The Turkish government is likely to extend a two-week coronavirus-related restriction that is set to expire Monday, according to media reports.
The new decision is expected after a Cabinet meeting, which comes amid an optimistic outlook over a gloomy period of rising daily cases.
On Saturday, the cases, for the first time in weeks, dropped to slightly above 40,000, though daily fatalities remained above 300, at 339.
The government announced restrictions before the start of the Islamic fasting month of Ramadan, a time of reduced mobility during the day but a risky occasion due to traditional mass iftar dinners to break the fast. Daily curfews were rescheduled to start at 7 p.m. instead of 9 p.m., while any mass events were banned. Travel between cities was also suspended except for a few exemptions.
Nevertheless, cases showed no sign of decline, though this was something expected for authorities, who predicted that an upward trend would continue for a while due to a period of two weeks that any infected people usually take to show symptoms.
Turkey shunned a full lockdown that involves the closure of all businesses, fearing it may derail the economy further. Currently, most businesses receive a state lifeline in the form of short-term working payments and other financial aid. But President Recep Tayyip Erdoğan has said they wanted to “give a rest” to the country, implying a large-scale lockdown ahead of the tourism season and Ramadan Bayram, also known as Eid al-Fitr, which will mark the end of the fasting month.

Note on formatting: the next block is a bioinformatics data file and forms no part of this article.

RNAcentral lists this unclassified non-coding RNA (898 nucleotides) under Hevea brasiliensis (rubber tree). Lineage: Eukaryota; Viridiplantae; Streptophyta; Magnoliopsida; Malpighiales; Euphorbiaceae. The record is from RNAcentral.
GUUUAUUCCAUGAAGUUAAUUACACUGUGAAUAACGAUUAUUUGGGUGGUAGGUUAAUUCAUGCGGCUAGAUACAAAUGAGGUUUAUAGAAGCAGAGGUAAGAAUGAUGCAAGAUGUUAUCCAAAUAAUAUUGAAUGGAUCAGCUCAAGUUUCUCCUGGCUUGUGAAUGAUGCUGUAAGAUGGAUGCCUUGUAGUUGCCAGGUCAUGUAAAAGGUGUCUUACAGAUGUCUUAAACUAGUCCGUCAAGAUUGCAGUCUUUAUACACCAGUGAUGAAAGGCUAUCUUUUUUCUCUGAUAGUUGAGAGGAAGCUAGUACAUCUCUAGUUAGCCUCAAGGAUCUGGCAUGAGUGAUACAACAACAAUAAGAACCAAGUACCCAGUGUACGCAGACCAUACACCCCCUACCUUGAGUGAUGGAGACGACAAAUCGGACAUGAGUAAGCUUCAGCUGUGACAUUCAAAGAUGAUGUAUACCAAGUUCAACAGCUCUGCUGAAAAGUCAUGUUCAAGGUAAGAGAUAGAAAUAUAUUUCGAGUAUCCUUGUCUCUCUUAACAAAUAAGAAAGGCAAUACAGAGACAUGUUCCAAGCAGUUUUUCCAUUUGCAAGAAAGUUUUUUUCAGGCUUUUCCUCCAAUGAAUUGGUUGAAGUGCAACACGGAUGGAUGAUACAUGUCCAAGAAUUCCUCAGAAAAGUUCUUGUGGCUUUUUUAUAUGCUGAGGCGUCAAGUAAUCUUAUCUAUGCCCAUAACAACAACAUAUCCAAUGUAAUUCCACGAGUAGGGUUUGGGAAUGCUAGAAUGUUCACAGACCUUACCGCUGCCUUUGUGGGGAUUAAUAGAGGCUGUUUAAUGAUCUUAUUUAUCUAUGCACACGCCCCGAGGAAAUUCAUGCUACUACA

Media reports say the Cabinet will discuss a full lockdown for two to three weeks that would include the bayram, which will be observed on May 13, and the Commemoration of Atatürk, Youth and Sports Day on May 19, a national holiday.
In the meantime, authorities hope the lockdown, combined with a mass vaccination campaign, will bring down the number of daily cases. So far, Turkey has administered more than 21 million doses of vaccines.
Health Minister Fahrettin Koca announced last week that in addition to CoronaVac and Comirnaty, Russia’s Sputnik V vaccine would be available soon for those seeking inoculation.
Currently, people aged 55 and above are eligible for jabs, while the majority of older citizens, health care workers and people in priority groups, like teachers, have received their first shots since January.
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